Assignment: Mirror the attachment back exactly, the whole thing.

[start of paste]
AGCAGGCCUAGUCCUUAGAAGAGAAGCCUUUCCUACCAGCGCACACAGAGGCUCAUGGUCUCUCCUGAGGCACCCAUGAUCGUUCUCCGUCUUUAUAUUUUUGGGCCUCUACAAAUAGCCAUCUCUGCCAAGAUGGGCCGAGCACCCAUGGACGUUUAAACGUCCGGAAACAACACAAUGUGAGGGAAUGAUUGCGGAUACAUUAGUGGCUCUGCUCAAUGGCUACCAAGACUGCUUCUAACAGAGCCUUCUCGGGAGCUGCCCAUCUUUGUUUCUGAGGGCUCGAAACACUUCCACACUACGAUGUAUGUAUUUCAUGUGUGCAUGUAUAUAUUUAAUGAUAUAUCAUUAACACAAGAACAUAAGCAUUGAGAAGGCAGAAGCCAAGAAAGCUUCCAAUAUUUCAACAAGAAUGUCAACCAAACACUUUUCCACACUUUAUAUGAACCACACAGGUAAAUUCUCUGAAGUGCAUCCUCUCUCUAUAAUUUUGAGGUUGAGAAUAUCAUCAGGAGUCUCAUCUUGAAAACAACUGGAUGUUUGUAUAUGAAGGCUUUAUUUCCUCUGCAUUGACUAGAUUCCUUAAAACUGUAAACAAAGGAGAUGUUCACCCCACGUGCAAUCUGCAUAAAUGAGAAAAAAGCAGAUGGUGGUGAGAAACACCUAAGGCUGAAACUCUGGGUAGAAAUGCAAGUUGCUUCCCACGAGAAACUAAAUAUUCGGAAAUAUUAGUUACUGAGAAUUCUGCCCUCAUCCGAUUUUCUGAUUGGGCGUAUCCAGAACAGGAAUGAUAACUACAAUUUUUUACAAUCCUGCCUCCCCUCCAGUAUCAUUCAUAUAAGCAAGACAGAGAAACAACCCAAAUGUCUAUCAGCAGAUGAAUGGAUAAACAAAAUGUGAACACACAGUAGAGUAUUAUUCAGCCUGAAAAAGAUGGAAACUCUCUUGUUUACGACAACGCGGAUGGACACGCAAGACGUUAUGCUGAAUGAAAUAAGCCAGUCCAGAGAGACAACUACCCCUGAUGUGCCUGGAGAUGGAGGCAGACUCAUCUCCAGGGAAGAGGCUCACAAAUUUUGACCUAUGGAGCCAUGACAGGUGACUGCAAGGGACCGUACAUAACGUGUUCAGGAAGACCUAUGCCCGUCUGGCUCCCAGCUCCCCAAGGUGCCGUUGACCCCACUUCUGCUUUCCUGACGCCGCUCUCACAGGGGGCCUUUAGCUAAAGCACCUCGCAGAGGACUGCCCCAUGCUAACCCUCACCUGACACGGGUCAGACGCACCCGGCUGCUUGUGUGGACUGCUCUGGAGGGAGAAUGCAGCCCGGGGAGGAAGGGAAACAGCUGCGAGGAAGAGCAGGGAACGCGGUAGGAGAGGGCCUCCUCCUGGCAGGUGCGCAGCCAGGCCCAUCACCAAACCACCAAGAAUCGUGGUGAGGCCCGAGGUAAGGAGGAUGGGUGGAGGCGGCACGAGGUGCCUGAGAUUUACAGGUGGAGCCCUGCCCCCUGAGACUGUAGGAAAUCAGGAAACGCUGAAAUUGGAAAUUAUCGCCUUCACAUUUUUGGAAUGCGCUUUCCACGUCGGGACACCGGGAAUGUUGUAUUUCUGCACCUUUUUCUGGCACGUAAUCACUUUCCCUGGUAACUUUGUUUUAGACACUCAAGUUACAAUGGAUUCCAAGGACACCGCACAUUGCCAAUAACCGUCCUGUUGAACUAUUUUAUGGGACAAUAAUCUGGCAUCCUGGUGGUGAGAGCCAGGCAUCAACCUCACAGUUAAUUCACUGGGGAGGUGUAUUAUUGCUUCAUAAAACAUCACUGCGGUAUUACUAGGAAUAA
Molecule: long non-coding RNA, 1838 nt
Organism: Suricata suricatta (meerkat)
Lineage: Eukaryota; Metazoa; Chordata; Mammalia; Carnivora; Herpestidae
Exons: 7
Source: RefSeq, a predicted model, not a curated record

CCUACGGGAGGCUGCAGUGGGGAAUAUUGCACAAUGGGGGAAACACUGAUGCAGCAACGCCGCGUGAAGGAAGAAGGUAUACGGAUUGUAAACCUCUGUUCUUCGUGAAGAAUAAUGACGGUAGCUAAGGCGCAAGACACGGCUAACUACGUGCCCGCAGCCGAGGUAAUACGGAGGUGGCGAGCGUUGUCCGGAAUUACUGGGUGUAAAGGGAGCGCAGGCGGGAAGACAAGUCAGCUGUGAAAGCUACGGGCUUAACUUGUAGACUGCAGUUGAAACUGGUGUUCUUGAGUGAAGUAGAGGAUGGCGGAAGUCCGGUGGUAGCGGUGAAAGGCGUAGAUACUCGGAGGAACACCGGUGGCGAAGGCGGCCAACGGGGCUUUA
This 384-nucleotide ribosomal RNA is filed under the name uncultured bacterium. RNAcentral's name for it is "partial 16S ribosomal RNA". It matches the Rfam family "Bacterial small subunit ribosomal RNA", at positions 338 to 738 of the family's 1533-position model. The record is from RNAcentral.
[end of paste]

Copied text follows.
AGCAGGCCUAGUCCUUAGAAGAGAAGCCUUUCCUACCAGCGCACACAGAGGCUCAUGGUCUCUCCUGAGGCACCCAUGAUCGUUCUCCGUCUUUAUAUUUUUGGGCCUCUACAAAUAGCCAUCUCUGCCAAGAUGGGCCGAGCACCCAUGGACGUUUAAACGUCCGGAAACAACACAAUGUGAGGGAAUGAUUGCGGAUACAUUAGUGGCUCUGCUCAAUGGCUACCAAGACUGCUUCUAACAGAGCCUUCUCGGGAGCUGCCCAUCUUUGUUUCUGAGGGCUCGAAACACUUCCACACUACGAUGUAUGUAUUUCAUGUGUGCAUGUAUAUAUUUAAUGAUAUAUCAUUAACACAAGAACAUAAGCAUUGAGAAGGCAGAAGCCAAGAAAGCUUCCAAUAUUUCAACAAGAAUGUCAACCAAACACUUUUCCACACUUUAUAUGAACCACACAGGUAAAUUCUCUGAAGUGCAUCCUCUCUCUAUAAUUUUGAGGUUGAGAAUAUCAUCAGGAGUCUCAUCUUGAAAACAACUGGAUGUUUGUAUAUGAAGGCUUUAUUUCCUCUGCAUUGACUAGAUUCCUUAAAACUGUAAACAAAGGAGAUGUUCACCCCACGUGCAAUCUGCAUAAAUGAGAAAAAAGCAGAUGGUGGUGAGAAACACCUAAGGCUGAAACUCUGGGUAGAAAUGCAAGUUGCUUCCCACGAGAAACUAAAUAUUCGGAAAUAUUAGUUACUGAGAAUUCUGCCCUCAUCCGAUUUUCUGAUUGGGCGUAUCCAGAACAGGAAUGAUAACUACAAUUUUUUACAAUCCUGCCUCCCCUCCAGUAUCAUUCAUAUAAGCAAGACAGAGAAACAACCCAAAUGUCUAUCAGCAGAUGAAUGGAUAAACAAAAUGUGAACACACAGUAGAGUAUUAUUCAGCCUGAAAAAGAUGGAAACUCUCUUGUUUACGACAACGCGGAUGGACACGCAAGACGUUAUGCUGAAUGAAAUAAGCCAGUCCAGAGAGACAACUACCCCUGAUGUGCCUGGAGAUGGAGGCAGACUCAUCUCCAGGGAAGAGGCUCACAAAUUUUGACCUAUGGAGCCAUGACAGGUGACUGCAAGGGACCGUACAUAACGUGUUCAGGAAGACCUAUGCCCGUCUGGCUCCCAGCUCCCCAAGGUGCCGUUGACCCCACUUCUGCUUUCCUGACGCCGCUCUCACAGGGGGCCUUUAGCUAAAGCACCUCGCAGAGGACUGCCCCAUGCUAACCCUCACCUGACACGGGUCAGACGCACCCGGCUGCUUGUGUGGACUGCUCUGGAGGGAGAAUGCAGCCCGGGGAGGAAGGGAAACAGCUGCGAGGAAGAGCAGGGAACGCGGUAGGAGAGGGCCUCCUCCUGGCAGGUGCGCAGCCAGGCCCAUCACCAAACCACCAAGAAUCGUGGUGAGGCCCGAGGUAAGGAGGAUGGGUGGAGGCGGCACGAGGUGCCUGAGAUUUACAGGUGGAGCCCUGCCCCCUGAGACUGUAGGAAAUCAGGAAACGCUGAAAUUGGAAAUUAUCGCCUUCACAUUUUUGGAAUGCGCUUUCCACGUCGGGACACCGGGAAUGUUGUAUUUCUGCACCUUUUUCUGGCACGUAAUCACUUUCCCUGGUAACUUUGUUUUAGACACUCAAGUUACAAUGGAUUCCAAGGACACCGCACAUUGCCAAUAACCGUCCUGUUGAACUAUUUUAUGGGACAAUAAUCUGGCAUCCUGGUGGUGAGAGCCAGGCAUCAACCUCACAGUUAAUUCACUGGGGAGGUGUAUUAUUGCUUCAUAAAACAUCACUGCGGUAUUACUAGGAAUAA
Molecule: long non-coding RNA, 1838 nt
Organism: Suricata suricatta (meerkat)
Lineage: Eukaryota; Metazoa; Chordata; Mammalia; Carnivora; Herpestidae
Exons: 7
Source: RefSeq, a predicted model, not a curated record

CCUACGGGAGGCUGCAGUGGGGAAUAUUGCACAAUGGGGGAAACACUGAUGCAGCAACGCCGCGUGAAGGAAGAAGGUAUACGGAUUGUAAACCUCUGUUCUUCGUGAAGAAUAAUGACGGUAGCUAAGGCGCAAGACACGGCUAACUACGUGCCCGCAGCCGAGGUAAUACGGAGGUGGCGAGCGUUGUCCGGAAUUACUGGGUGUAAAGGGAGCGCAGGCGGGAAGACAAGUCAGCUGUGAAAGCUACGGGCUUAACUUGUAGACUGCAGUUGAAACUGGUGUUCUUGAGUGAAGUAGAGGAUGGCGGAAGUCCGGUGGUAGCGGUGAAAGGCGUAGAUACUCGGAGGAACACCGGUGGCGAAGGCGGCCAACGGGGCUUUA
This 384-nucleotide ribosomal RNA is filed under the name uncultured bacterium. RNAcentral's name for it is "partial 16S ribosomal RNA". It matches the Rfam family "Bacterial small subunit ribosomal RNA", at positions 338 to 738 of the family's 1533-position model. The record is from RNAcentral.